At the same time, FIS was avoiding relying on RUSADA to carry out testing missions to a large extent, instead relying on companies which train doping control officers and do the sample collection themselves.
“There was quite a lot of testing missions which were coordinated with [the Russian Anti-Doping Agency, RUSADA], but most were carried out by the FIS-appointed doping control agency with their own personnel and equipment,” FIS Secretary General Sarah Lewis explained to FasterSkier in May. “Most samples were transported to a different laboratory, in Lausanne or Cologne or somewhere else. We weren’t in the position that they could be manipulated in the Moscow laboratory.”
In an email on Thursday, FIS Anti-Doping Administrator Sarah Fussek said that the organization also did not usually notify RUSADA if and when tests were going to take place.
“With the exception of a handful missions, testing in Russia was carried out by a private sample collection provider,” she wrote. “We did have a couple of joint missions some years. Otherwise FIS testing did not give notice to RUSADA when conducting missions within Russia.”
As such, Fussek was confident that the FIS testing program was adequate to ensure that Russian athletes were mostly not cheating.
“Keeping in mind that you can never guarantee that every athlete is clean, we strongly believe that our programme covered testing in the country well and that we did all possible efforts to achieve a regular at home testing on Russian athletes (who most time of the year travelling on the World Cup circuit, plus training camps outside Russia and are tested there regularly as well),” she wrote.
The IBU was also watching Russia closely. The biathlon governing body fined the Russian Biathlon Union in 2015 after multiple athletes had positive tests.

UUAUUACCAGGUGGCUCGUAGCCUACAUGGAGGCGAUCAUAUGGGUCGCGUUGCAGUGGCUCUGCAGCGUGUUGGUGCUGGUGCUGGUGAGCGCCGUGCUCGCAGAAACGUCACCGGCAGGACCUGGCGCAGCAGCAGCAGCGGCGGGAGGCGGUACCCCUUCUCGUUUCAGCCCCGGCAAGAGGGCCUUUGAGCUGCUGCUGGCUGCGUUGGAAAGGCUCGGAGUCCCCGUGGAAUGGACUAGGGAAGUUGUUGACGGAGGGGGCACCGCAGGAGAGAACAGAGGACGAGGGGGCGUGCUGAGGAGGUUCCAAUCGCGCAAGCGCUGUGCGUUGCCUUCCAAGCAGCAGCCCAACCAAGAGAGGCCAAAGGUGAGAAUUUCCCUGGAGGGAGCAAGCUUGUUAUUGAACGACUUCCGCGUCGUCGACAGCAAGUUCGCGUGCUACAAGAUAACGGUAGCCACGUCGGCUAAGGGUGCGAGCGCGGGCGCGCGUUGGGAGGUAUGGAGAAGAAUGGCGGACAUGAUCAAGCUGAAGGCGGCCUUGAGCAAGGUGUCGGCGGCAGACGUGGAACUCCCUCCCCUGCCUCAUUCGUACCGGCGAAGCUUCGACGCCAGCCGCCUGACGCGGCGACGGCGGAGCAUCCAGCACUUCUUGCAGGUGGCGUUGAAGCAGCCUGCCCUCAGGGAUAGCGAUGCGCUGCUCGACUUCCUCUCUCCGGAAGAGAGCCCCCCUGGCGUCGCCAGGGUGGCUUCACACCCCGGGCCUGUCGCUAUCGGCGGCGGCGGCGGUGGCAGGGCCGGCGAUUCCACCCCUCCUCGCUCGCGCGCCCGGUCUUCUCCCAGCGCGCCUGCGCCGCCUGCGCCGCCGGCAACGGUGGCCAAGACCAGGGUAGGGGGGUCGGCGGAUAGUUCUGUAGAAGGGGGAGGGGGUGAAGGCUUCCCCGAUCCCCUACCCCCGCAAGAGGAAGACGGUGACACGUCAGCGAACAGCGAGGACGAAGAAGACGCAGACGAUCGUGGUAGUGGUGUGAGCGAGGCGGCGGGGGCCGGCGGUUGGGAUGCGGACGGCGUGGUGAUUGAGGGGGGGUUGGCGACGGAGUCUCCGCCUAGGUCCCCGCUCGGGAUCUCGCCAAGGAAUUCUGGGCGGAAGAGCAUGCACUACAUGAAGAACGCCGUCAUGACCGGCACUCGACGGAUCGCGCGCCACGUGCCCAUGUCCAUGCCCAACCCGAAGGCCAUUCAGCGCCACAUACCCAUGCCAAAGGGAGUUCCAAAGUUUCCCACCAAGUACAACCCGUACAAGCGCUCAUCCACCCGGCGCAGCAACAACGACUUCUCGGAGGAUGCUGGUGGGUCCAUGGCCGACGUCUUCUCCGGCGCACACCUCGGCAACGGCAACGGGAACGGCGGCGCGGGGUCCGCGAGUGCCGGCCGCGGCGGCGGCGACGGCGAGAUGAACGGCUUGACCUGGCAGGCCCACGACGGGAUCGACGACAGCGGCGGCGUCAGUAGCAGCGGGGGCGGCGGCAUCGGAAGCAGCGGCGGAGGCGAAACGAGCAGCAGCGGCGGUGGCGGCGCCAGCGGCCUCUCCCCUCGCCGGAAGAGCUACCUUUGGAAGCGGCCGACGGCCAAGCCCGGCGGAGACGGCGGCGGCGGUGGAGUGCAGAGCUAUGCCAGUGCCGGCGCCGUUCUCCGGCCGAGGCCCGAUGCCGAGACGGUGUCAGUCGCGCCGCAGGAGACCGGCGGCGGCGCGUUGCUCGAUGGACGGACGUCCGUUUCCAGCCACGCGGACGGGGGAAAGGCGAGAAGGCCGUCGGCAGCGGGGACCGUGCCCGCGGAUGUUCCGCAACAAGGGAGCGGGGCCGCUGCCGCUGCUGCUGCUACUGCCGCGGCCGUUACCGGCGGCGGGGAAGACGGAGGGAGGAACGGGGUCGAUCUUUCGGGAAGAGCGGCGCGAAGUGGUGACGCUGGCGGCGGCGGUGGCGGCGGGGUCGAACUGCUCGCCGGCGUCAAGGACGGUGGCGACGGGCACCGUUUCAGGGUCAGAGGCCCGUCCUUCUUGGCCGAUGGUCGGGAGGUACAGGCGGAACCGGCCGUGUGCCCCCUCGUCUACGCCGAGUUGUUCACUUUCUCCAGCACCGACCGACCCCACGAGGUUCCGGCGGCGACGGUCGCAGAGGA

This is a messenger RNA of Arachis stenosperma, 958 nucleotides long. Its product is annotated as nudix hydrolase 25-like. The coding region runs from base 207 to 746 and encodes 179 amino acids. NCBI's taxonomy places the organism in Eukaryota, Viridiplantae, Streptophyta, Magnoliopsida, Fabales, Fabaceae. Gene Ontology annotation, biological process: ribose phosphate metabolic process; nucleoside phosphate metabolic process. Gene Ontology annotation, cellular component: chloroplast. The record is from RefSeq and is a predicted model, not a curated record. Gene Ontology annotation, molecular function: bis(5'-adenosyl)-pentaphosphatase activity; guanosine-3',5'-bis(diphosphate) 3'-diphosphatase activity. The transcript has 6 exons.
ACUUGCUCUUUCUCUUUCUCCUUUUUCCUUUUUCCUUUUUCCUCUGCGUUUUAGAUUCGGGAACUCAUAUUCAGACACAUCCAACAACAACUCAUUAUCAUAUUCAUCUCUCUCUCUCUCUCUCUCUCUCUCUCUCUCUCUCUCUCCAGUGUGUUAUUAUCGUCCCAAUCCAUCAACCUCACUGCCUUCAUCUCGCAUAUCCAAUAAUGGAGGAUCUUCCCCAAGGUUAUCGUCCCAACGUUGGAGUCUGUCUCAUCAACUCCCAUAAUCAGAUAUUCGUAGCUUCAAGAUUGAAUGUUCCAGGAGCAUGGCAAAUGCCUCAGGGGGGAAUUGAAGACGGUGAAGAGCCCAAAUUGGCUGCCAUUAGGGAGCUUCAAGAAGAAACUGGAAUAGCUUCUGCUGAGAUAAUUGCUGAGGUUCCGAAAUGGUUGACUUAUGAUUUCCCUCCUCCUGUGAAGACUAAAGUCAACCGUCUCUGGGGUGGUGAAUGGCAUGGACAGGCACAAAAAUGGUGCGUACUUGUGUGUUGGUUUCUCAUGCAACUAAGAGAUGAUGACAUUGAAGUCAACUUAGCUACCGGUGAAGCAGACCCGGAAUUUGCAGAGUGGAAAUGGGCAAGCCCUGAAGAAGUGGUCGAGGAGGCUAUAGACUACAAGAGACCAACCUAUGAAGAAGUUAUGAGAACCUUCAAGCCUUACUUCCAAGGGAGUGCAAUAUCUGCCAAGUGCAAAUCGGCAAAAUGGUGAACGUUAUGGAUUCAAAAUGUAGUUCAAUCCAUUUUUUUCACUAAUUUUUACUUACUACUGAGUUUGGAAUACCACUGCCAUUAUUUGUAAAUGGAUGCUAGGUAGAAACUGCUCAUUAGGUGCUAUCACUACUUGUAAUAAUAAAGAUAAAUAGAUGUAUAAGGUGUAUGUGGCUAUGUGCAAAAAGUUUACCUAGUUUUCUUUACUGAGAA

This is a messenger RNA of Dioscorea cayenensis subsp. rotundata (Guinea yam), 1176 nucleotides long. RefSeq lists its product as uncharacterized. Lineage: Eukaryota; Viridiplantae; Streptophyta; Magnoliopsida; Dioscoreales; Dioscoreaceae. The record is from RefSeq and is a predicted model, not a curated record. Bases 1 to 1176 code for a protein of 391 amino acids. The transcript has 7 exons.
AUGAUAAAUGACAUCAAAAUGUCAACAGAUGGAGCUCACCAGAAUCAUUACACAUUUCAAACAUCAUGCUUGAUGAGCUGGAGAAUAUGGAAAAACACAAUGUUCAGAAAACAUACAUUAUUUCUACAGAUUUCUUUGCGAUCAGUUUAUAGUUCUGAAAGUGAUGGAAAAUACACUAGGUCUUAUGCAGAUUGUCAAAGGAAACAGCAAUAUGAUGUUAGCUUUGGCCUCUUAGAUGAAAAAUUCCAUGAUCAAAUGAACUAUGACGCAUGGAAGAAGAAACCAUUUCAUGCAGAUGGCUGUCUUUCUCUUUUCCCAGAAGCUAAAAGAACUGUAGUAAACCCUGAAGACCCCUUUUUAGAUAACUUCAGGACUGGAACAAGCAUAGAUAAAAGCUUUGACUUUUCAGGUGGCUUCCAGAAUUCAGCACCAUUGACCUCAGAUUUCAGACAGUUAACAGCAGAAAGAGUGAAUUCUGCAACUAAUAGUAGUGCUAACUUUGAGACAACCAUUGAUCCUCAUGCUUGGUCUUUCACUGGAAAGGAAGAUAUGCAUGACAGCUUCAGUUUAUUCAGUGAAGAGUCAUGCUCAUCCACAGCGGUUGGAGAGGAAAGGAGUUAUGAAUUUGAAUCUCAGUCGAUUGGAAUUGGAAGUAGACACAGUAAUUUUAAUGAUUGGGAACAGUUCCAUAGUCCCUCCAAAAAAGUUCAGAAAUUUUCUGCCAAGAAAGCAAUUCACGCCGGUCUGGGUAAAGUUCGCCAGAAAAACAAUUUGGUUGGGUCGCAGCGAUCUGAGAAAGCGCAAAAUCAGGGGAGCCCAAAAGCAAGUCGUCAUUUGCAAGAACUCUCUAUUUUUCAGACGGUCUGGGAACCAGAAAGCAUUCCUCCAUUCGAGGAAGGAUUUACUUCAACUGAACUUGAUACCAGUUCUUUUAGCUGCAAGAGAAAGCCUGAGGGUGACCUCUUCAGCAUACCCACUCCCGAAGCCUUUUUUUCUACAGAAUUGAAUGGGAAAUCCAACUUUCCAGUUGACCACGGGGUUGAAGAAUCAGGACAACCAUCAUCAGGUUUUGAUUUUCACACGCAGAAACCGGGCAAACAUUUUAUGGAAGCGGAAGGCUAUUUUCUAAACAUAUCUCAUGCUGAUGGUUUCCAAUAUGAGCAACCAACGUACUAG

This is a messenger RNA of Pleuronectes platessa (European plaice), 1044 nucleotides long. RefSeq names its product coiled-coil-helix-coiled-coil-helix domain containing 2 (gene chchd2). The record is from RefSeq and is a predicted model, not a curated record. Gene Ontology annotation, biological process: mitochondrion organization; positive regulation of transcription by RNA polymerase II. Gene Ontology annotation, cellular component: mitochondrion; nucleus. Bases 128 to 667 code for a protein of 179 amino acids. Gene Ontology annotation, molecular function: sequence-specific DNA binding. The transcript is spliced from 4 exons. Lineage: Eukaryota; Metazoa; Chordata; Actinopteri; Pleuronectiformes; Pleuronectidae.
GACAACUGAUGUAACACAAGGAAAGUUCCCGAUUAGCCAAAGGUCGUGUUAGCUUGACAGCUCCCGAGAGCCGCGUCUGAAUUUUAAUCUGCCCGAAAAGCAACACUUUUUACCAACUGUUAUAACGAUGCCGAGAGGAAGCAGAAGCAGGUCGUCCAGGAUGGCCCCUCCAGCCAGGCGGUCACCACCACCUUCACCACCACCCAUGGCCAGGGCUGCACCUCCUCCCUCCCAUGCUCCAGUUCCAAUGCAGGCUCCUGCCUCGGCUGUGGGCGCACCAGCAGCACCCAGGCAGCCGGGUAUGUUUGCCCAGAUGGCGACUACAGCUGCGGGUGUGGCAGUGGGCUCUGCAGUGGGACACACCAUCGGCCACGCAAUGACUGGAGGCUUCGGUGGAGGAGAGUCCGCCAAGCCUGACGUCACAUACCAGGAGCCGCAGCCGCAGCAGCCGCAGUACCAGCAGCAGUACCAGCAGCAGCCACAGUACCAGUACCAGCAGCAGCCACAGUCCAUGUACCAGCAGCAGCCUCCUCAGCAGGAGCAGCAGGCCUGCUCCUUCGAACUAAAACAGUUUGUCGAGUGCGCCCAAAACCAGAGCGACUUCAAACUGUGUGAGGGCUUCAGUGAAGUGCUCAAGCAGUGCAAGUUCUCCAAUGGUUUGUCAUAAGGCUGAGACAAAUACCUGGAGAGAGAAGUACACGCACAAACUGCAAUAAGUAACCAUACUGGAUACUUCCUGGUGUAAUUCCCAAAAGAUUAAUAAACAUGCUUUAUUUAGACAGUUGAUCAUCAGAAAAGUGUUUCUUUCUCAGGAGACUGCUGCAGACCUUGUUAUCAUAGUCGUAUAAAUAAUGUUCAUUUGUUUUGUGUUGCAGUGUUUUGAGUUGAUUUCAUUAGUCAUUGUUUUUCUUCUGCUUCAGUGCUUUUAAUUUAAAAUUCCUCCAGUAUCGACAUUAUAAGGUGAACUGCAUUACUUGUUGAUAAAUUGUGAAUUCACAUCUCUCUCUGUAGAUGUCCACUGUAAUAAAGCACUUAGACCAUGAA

“In the years three years prior to Sochi, the new administration in [the Russian Biathlon Union], Mr Mikhail Prokorov and Mr Sergei Krushenko, were verbally and financially committed to antidoping,” Carrabre wrote. “I had personal meetings with them and they went from one of the countries with the least number of internal antidoping tests to the country with the most number of internal tests in IBU. This effort was appreciated by myself and IBU and was, in my opinion, a large step in the right direction. I even publicly commended the RBU for this action. As I also said publicly, the number of tests does not always equal quality tests so the IBU would not decrease its efforts despite the testing of the RBU.”
The increased number of tests did catch some regional-level athletes, but no Russian Biathlon Union testing ever led to the suspension of a national-team athlete.
IBU testing, however, did, in particular when they tested outside of Russia. As Fussek had noted, athletes spend almost the entire winter, as well as periods of the offseason, training and competing in Europe, offering ample time to take many anti-doping samples.
“No national or international level athletes were ever found with their testing,” Carrabre said of the Russian Biathlon Union. “It was therefore surprising that the IBU would catch several of their athletes in the year prior to Sochi with testing performed outside of Russia while their athletes were at international training camps.”
Superficial Admissions of Guilt
The Ministry of Sport denied that they had interfered with RUSADA business in any way – or that such interference would even be possible.